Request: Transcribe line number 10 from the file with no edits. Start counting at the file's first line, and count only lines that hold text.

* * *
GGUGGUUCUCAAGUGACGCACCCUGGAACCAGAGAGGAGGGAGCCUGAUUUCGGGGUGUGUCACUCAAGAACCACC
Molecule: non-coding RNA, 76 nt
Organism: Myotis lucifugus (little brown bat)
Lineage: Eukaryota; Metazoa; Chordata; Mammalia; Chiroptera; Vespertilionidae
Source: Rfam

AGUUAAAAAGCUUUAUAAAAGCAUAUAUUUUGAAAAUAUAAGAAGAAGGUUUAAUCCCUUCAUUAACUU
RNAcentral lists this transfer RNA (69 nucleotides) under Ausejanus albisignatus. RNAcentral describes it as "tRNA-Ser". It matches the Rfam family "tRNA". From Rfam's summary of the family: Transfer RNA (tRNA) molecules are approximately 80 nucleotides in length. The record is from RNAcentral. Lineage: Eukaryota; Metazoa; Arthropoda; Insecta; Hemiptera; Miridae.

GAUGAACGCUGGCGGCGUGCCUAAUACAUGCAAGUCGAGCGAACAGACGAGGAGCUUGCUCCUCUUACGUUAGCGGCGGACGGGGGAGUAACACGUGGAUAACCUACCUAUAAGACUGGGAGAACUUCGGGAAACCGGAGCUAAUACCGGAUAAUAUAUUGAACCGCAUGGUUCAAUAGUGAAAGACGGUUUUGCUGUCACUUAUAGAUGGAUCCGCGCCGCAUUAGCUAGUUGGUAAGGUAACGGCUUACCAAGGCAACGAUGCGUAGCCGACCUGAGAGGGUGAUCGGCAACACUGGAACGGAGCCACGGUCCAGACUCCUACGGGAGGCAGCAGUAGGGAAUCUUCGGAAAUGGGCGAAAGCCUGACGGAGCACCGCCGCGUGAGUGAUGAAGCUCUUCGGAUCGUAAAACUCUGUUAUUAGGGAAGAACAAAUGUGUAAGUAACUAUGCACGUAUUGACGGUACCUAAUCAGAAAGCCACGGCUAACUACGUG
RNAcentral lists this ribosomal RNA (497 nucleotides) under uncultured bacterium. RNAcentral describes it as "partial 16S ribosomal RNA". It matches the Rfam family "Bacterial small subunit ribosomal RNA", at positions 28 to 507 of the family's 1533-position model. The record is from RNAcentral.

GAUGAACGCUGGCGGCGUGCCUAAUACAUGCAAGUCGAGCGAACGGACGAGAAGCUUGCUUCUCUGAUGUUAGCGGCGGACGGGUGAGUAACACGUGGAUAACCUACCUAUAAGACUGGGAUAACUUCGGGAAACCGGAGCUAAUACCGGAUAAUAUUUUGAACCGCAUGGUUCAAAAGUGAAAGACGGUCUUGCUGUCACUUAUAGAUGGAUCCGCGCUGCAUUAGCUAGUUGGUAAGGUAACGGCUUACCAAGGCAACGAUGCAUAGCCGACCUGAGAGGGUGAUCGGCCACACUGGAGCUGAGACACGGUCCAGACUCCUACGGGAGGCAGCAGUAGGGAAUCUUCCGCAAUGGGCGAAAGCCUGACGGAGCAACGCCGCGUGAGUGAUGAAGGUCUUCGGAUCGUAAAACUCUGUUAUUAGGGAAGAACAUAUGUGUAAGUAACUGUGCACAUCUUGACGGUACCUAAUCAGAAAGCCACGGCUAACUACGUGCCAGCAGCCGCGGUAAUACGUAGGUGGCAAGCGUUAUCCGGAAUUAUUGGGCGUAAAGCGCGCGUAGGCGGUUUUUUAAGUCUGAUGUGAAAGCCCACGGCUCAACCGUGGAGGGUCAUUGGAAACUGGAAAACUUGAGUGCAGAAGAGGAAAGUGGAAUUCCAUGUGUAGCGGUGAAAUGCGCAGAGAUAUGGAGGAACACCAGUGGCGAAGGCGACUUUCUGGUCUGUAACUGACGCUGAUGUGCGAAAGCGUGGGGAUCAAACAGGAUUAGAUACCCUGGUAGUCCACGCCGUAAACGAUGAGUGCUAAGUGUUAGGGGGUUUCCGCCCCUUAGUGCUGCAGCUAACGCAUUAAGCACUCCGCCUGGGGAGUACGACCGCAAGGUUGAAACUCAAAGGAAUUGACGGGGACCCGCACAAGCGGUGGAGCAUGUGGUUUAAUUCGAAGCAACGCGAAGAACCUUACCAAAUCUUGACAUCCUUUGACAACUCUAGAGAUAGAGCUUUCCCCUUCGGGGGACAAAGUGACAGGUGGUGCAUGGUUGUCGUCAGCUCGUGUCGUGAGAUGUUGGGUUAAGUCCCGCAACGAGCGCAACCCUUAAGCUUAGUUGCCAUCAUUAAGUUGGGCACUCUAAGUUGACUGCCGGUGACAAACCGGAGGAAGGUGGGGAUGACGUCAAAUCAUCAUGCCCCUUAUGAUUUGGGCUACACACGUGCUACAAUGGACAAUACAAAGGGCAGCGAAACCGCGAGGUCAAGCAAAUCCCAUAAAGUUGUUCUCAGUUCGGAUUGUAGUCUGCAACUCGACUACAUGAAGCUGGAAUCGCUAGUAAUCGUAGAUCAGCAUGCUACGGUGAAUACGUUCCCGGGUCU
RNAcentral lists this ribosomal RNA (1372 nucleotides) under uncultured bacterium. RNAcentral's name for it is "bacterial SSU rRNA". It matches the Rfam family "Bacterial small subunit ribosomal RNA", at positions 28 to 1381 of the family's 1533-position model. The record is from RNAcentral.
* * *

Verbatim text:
GAUGAACGCUGGCGGCGUGCCUAAUACAUGCAAGUCGAGCGAACGGACGAGAAGCUUGCUUCUCUGAUGUUAGCGGCGGACGGGUGAGUAACACGUGGAUAACCUACCUAUAAGACUGGGAUAACUUCGGGAAACCGGAGCUAAUACCGGAUAAUAUUUUGAACCGCAUGGUUCAAAAGUGAAAGACGGUCUUGCUGUCACUUAUAGAUGGAUCCGCGCUGCAUUAGCUAGUUGGUAAGGUAACGGCUUACCAAGGCAACGAUGCAUAGCCGACCUGAGAGGGUGAUCGGCCACACUGGAGCUGAGACACGGUCCAGACUCCUACGGGAGGCAGCAGUAGGGAAUCUUCCGCAAUGGGCGAAAGCCUGACGGAGCAACGCCGCGUGAGUGAUGAAGGUCUUCGGAUCGUAAAACUCUGUUAUUAGGGAAGAACAUAUGUGUAAGUAACUGUGCACAUCUUGACGGUACCUAAUCAGAAAGCCACGGCUAACUACGUGCCAGCAGCCGCGGUAAUACGUAGGUGGCAAGCGUUAUCCGGAAUUAUUGGGCGUAAAGCGCGCGUAGGCGGUUUUUUAAGUCUGAUGUGAAAGCCCACGGCUCAACCGUGGAGGGUCAUUGGAAACUGGAAAACUUGAGUGCAGAAGAGGAAAGUGGAAUUCCAUGUGUAGCGGUGAAAUGCGCAGAGAUAUGGAGGAACACCAGUGGCGAAGGCGACUUUCUGGUCUGUAACUGACGCUGAUGUGCGAAAGCGUGGGGAUCAAACAGGAUUAGAUACCCUGGUAGUCCACGCCGUAAACGAUGAGUGCUAAGUGUUAGGGGGUUUCCGCCCCUUAGUGCUGCAGCUAACGCAUUAAGCACUCCGCCUGGGGAGUACGACCGCAAGGUUGAAACUCAAAGGAAUUGACGGGGACCCGCACAAGCGGUGGAGCAUGUGGUUUAAUUCGAAGCAACGCGAAGAACCUUACCAAAUCUUGACAUCCUUUGACAACUCUAGAGAUAGAGCUUUCCCCUUCGGGGGACAAAGUGACAGGUGGUGCAUGGUUGUCGUCAGCUCGUGUCGUGAGAUGUUGGGUUAAGUCCCGCAACGAGCGCAACCCUUAAGCUUAGUUGCCAUCAUUAAGUUGGGCACUCUAAGUUGACUGCCGGUGACAAACCGGAGGAAGGUGGGGAUGACGUCAAAUCAUCAUGCCCCUUAUGAUUUGGGCUACACACGUGCUACAAUGGACAAUACAAAGGGCAGCGAAACCGCGAGGUCAAGCAAAUCCCAUAAAGUUGUUCUCAGUUCGGAUUGUAGUCUGCAACUCGACUACAUGAAGCUGGAAUCGCUAGUAAUCGUAGAUCAGCAUGCUACGGUGAAUACGUUCCCGGGUCU